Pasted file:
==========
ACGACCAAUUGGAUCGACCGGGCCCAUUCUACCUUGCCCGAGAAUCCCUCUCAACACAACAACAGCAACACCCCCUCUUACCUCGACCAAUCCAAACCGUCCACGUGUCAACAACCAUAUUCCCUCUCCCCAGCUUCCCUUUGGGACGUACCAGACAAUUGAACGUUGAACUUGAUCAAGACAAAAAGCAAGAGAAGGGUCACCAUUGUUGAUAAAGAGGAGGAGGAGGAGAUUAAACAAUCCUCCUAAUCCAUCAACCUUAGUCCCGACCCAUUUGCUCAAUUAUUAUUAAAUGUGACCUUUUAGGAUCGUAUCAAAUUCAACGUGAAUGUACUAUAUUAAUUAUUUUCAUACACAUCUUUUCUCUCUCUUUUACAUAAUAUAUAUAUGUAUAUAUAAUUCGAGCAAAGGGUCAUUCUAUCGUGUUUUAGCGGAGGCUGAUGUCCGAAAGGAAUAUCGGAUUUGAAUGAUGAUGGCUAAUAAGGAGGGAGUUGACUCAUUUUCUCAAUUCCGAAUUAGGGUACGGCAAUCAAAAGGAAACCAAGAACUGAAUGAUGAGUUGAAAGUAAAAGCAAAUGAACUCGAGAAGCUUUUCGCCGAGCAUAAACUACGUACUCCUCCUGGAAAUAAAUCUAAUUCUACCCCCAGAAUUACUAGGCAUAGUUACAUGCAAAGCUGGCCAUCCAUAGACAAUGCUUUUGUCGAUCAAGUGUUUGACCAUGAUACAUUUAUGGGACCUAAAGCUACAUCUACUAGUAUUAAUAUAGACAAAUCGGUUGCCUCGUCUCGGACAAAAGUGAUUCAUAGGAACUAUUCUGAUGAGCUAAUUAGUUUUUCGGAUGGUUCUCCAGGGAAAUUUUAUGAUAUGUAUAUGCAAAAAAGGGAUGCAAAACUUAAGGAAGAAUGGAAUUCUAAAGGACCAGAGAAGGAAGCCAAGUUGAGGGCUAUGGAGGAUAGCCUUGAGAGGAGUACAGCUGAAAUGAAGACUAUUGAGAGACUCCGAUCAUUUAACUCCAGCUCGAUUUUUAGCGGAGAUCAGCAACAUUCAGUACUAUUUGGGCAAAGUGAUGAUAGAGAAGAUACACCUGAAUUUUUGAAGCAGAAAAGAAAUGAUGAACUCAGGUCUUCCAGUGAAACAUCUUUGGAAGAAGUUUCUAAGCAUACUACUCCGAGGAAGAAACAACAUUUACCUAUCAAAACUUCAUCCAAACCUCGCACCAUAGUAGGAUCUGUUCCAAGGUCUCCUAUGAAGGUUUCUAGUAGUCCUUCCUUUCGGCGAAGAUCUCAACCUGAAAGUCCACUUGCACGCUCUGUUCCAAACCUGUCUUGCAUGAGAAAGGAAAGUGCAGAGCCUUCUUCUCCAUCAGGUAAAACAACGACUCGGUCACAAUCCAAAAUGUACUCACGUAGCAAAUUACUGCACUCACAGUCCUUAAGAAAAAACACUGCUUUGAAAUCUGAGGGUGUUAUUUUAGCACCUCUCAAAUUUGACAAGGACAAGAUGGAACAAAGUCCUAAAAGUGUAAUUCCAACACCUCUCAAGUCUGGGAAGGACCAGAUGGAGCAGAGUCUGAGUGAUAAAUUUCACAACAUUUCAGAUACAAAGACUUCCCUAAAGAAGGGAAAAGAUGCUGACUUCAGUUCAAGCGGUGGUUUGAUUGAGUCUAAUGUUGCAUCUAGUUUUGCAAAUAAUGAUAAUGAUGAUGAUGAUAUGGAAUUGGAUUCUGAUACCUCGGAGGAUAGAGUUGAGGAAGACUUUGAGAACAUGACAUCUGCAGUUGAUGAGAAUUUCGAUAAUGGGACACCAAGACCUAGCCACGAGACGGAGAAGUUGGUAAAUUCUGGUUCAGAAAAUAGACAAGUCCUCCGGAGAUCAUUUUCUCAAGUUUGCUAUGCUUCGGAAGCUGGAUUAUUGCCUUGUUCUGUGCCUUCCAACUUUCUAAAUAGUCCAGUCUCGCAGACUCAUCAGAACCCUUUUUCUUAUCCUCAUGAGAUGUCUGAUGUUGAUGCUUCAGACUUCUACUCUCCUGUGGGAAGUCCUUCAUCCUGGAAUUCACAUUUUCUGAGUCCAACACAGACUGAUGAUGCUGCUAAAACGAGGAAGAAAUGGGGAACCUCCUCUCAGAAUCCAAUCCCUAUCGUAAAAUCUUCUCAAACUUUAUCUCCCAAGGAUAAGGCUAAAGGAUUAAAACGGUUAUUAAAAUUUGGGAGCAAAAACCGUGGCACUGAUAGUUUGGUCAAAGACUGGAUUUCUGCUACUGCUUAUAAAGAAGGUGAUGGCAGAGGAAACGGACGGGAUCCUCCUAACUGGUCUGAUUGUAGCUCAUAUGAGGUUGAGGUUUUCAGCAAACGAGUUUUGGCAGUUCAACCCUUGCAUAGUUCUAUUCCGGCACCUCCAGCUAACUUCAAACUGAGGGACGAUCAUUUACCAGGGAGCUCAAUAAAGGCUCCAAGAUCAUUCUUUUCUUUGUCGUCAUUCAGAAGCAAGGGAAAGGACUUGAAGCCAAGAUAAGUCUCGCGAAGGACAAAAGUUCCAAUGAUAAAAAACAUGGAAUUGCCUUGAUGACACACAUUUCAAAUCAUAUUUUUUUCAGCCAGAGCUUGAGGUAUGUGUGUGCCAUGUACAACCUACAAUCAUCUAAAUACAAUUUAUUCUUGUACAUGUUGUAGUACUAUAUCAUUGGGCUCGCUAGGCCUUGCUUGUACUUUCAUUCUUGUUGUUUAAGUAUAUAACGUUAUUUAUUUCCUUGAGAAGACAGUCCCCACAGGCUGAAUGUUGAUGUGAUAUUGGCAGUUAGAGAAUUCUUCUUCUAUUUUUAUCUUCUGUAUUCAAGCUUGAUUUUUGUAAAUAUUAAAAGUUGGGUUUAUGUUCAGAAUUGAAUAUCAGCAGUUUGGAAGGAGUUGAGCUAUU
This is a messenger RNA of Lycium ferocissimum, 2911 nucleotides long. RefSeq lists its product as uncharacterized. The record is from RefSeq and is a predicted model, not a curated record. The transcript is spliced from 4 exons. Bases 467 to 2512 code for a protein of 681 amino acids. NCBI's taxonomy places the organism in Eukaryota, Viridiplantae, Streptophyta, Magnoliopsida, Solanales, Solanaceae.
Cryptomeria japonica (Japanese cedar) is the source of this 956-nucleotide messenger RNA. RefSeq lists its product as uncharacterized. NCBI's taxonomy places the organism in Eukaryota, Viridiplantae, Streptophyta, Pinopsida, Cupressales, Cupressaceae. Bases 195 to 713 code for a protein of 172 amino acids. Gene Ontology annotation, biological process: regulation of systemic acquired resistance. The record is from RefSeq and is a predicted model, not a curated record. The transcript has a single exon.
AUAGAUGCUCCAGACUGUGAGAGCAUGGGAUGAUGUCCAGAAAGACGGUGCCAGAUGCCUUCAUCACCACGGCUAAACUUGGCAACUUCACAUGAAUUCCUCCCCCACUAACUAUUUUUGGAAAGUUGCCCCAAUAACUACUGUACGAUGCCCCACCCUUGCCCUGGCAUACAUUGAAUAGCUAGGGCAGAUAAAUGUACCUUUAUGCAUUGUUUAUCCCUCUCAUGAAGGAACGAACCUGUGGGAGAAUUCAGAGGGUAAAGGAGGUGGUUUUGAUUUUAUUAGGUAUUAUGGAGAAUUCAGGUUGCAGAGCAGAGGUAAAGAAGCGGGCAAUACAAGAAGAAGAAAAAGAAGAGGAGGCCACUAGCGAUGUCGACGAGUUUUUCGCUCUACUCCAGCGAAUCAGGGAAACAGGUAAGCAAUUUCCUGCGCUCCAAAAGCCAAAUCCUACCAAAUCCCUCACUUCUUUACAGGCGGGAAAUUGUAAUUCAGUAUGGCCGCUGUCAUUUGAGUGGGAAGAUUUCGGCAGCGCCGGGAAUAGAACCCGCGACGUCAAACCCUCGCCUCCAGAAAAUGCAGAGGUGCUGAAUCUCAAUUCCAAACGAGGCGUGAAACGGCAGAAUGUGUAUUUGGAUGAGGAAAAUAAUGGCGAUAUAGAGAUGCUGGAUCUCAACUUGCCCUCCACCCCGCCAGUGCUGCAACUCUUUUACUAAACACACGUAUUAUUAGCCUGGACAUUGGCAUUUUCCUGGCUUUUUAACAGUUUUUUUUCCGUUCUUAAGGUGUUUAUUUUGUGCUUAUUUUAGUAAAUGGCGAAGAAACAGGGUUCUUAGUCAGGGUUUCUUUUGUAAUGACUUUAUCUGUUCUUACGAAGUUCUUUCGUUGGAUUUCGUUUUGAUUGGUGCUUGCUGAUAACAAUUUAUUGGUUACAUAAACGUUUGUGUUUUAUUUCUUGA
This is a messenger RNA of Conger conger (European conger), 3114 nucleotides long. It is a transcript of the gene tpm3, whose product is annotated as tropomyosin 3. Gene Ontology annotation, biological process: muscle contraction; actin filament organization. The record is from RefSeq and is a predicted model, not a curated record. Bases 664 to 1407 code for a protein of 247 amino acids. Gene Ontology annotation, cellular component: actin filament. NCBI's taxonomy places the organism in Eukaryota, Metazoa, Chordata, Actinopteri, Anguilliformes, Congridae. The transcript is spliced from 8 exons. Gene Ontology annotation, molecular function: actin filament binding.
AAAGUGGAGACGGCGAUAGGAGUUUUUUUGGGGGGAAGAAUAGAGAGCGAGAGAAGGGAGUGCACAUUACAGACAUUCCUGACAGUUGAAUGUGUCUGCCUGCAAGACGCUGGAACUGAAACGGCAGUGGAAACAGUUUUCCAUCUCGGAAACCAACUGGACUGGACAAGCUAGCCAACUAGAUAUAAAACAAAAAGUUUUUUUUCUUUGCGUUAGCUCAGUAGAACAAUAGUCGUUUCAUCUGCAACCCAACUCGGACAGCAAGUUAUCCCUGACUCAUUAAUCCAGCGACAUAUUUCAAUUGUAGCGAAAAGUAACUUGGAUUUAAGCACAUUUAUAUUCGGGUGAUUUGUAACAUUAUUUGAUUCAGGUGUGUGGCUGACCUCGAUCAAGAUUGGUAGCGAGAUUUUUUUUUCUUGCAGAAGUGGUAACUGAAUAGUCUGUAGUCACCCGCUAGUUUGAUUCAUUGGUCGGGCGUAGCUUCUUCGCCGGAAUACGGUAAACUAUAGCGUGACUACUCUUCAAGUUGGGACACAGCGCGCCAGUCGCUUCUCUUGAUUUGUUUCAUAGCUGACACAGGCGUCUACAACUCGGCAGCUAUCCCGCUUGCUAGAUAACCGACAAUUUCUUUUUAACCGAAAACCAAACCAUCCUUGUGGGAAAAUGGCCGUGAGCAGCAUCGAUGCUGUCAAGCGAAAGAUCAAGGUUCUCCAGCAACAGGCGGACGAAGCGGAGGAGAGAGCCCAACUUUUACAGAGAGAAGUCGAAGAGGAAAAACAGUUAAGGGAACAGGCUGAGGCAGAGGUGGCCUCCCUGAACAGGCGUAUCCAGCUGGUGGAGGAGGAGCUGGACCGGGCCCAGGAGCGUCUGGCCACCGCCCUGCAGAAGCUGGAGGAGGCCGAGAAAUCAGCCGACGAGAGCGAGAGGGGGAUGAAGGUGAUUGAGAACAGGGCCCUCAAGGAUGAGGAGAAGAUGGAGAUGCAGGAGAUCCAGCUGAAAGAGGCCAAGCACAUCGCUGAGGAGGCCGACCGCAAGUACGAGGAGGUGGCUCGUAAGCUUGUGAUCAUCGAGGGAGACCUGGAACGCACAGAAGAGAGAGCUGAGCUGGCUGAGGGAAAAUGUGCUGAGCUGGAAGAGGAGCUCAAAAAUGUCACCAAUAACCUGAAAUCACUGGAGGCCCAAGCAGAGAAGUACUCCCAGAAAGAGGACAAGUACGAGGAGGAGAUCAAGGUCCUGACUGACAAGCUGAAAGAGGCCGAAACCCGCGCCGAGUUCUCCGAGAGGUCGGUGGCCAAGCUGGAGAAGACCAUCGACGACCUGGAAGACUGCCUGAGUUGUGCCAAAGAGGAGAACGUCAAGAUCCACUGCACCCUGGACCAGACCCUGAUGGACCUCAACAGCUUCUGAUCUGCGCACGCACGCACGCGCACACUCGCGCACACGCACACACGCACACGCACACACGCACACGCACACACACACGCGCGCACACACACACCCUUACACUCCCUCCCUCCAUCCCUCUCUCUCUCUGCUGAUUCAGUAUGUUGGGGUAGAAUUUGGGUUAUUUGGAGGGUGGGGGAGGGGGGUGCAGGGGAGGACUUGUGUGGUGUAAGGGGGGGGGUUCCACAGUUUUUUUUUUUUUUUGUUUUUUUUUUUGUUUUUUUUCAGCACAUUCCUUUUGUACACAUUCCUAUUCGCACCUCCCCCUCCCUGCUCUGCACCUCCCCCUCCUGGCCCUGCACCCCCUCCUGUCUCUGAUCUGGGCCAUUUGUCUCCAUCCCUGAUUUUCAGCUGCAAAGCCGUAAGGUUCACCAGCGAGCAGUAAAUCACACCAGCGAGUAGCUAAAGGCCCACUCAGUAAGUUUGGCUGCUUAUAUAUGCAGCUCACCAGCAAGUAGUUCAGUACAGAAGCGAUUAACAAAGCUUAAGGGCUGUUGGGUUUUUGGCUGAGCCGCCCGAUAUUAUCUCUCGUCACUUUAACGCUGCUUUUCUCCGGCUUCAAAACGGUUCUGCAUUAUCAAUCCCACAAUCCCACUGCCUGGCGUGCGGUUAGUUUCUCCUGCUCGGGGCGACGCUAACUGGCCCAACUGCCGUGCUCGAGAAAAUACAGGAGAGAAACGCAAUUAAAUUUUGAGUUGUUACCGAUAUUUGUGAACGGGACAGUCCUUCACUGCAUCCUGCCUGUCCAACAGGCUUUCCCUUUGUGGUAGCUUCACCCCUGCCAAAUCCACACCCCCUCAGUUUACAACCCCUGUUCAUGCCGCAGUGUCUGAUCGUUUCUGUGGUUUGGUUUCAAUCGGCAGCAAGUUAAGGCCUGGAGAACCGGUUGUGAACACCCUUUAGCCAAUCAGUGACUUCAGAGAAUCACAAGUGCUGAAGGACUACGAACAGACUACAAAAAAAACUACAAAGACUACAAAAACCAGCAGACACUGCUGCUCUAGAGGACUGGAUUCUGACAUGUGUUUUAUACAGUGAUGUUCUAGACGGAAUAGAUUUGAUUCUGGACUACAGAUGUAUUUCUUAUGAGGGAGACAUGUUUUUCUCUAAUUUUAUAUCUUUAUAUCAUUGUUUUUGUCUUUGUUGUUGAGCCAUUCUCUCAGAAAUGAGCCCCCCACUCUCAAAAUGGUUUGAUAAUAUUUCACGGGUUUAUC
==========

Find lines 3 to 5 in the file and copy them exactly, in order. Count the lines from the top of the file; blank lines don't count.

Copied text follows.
Cryptomeria japonica (Japanese cedar) is the source of this 956-nucleotide messenger RNA. RefSeq lists its product as uncharacterized. NCBI's taxonomy places the organism in Eukaryota, Viridiplantae, Streptophyta, Pinopsida, Cupressales, Cupressaceae. Bases 195 to 713 code for a protein of 172 amino acids. Gene Ontology annotation, biological process: regulation of systemic acquired resistance. The record is from RefSeq and is a predicted model, not a curated record. The transcript has a single exon.
AUAGAUGCUCCAGACUGUGAGAGCAUGGGAUGAUGUCCAGAAAGACGGUGCCAGAUGCCUUCAUCACCACGGCUAAACUUGGCAACUUCACAUGAAUUCCUCCCCCACUAACUAUUUUUGGAAAGUUGCCCCAAUAACUACUGUACGAUGCCCCACCCUUGCCCUGGCAUACAUUGAAUAGCUAGGGCAGAUAAAUGUACCUUUAUGCAUUGUUUAUCCCUCUCAUGAAGGAACGAACCUGUGGGAGAAUUCAGAGGGUAAAGGAGGUGGUUUUGAUUUUAUUAGGUAUUAUGGAGAAUUCAGGUUGCAGAGCAGAGGUAAAGAAGCGGGCAAUACAAGAAGAAGAAAAAGAAGAGGAGGCCACUAGCGAUGUCGACGAGUUUUUCGCUCUACUCCAGCGAAUCAGGGAAACAGGUAAGCAAUUUCCUGCGCUCCAAAAGCCAAAUCCUACCAAAUCCCUCACUUCUUUACAGGCGGGAAAUUGUAAUUCAGUAUGGCCGCUGUCAUUUGAGUGGGAAGAUUUCGGCAGCGCCGGGAAUAGAACCCGCGACGUCAAACCCUCGCCUCCAGAAAAUGCAGAGGUGCUGAAUCUCAAUUCCAAACGAGGCGUGAAACGGCAGAAUGUGUAUUUGGAUGAGGAAAAUAAUGGCGAUAUAGAGAUGCUGGAUCUCAACUUGCCCUCCACCCCGCCAGUGCUGCAACUCUUUUACUAAACACACGUAUUAUUAGCCUGGACAUUGGCAUUUUCCUGGCUUUUUAACAGUUUUUUUUCCGUUCUUAAGGUGUUUAUUUUGUGCUUAUUUUAGUAAAUGGCGAAGAAACAGGGUUCUUAGUCAGGGUUUCUUUUGUAAUGACUUUAUCUGUUCUUACGAAGUUCUUUCGUUGGAUUUCGUUUUGAUUGGUGCUUGCUGAUAACAAUUUAUUGGUUACAUAAACGUUUGUGUUUUAUUUCUUGA
This is a messenger RNA of Conger conger (European conger), 3114 nucleotides long. It is a transcript of the gene tpm3, whose product is annotated as tropomyosin 3. Gene Ontology annotation, biological process: muscle contraction; actin filament organization. The record is from RefSeq and is a predicted model, not a curated record. Bases 664 to 1407 code for a protein of 247 amino acids. Gene Ontology annotation, cellular component: actin filament. NCBI's taxonomy places the organism in Eukaryota, Metazoa, Chordata, Actinopteri, Anguilliformes, Congridae. The transcript is spliced from 8 exons. Gene Ontology annotation, molecular function: actin filament binding.